2. To Kill a Mockingbird, by Harper Lee. I imagine this would be on a lot of people’s lists. It is an American classic, and Atticus Finch (can you guess after whom my Atty Boy was named?) an American icon. Told from the point of view of Scout, who during the action of the novel is a mere six years old, To Kill a Mockingbird tells the story of lessons that a six year old can comprehend, but many adults fail to achieve. While the main story line of Tom Robinson’s trial brings to life the ugly, brutal face of institutionalized American racism, its twin story line of the childrens’ obsessive fear & taunting of Boo Radley works to expand & universalize the themes of maturity, listening to one’s own voice, treating people as individuals rather than monoliths, and plain old kindness and generosity. On reflection, I realize that Atticus has served all these years as a yardstick for my own integrity. What would Atticus do? Gregory Peck, who played the lead role in the movie version (which is nearly as good as the book), fingered Atticus Finch as his favorite out of the more than 25 lead roles in his stellar career.

3. Illusions, by Richard Bach. The books of Richard Bach are fun, well-written specimens every single one. I had first read Jonathan Livingston Seagull when I was very young, and had quite randomly picked it up out of a pile of my older sisters’ abandoned books. In a way, it was written perfectly for a child my age, though I wouldn’t fully comprehend the ramifications of this seemingly simple story for years to come. Perhaps I still don’t; perhaps we can never rest easy that we truly and fully understand anything. To this day, the sight of a seagull brings me a feeling of ease, and I refer to them all as Jonathans, as in “Look, there’s a Jonathan.”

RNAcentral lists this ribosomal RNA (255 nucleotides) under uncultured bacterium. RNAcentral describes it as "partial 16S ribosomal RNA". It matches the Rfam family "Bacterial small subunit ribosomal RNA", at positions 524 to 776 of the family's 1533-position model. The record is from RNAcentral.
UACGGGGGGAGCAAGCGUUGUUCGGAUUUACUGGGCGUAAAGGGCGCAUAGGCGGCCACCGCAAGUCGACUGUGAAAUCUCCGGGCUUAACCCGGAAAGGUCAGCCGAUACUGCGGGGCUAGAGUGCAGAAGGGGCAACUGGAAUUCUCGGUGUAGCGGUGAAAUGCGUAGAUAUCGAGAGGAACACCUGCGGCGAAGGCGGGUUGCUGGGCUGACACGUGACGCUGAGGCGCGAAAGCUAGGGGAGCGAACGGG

But as much as I hold that first book dear to my heart, it is the next one – Illusions – that entertained, stunned, riveted, and freaked me out all at once. I was an angry, screwed up nineteen-year-old in a severely dysfunctional relationship with an angry screwed up older man. The one healthy thing I took away from that relationship was a taste for literary science fiction (Heinlein, Asimov) & a lot more books read under my belt. At a time when I was absorbing all kinds of new information & furiously trying to figure out who I wanted to be & how to be it, this book (okay, and Stranger in a Strange Land really sticks out, too, but it got booted from the list) held a lot of answers. Granted, they were answers whose code I wouldn’t figure out for years, but I didn’t have to have it all figured out in order for it change the direction of my life.

Because of this book, I decided I wanted to go to New York University, and it was the only college to which I applied. This was very much in contrast to my mother’s nature of constantly hedging her bets, and she tried until it was too late to get me to have backup choices. Part of the application package had to be an essay in which I delineated which book had had the greatest impact on me and why (perhaps it was broader than this, but this is what I remember now). I wrote an essay about Illusions that even inspired my mother. I wish I still had that essay; I would have simply used it as this entry instead of all this blather. Before NYU ever had a chance to change my life (which it did, tremendously), I somehow mustered the confidence to apply, to express something genuine and be rewarded for it.
Next: Three Tragedies, by Federico García Lorca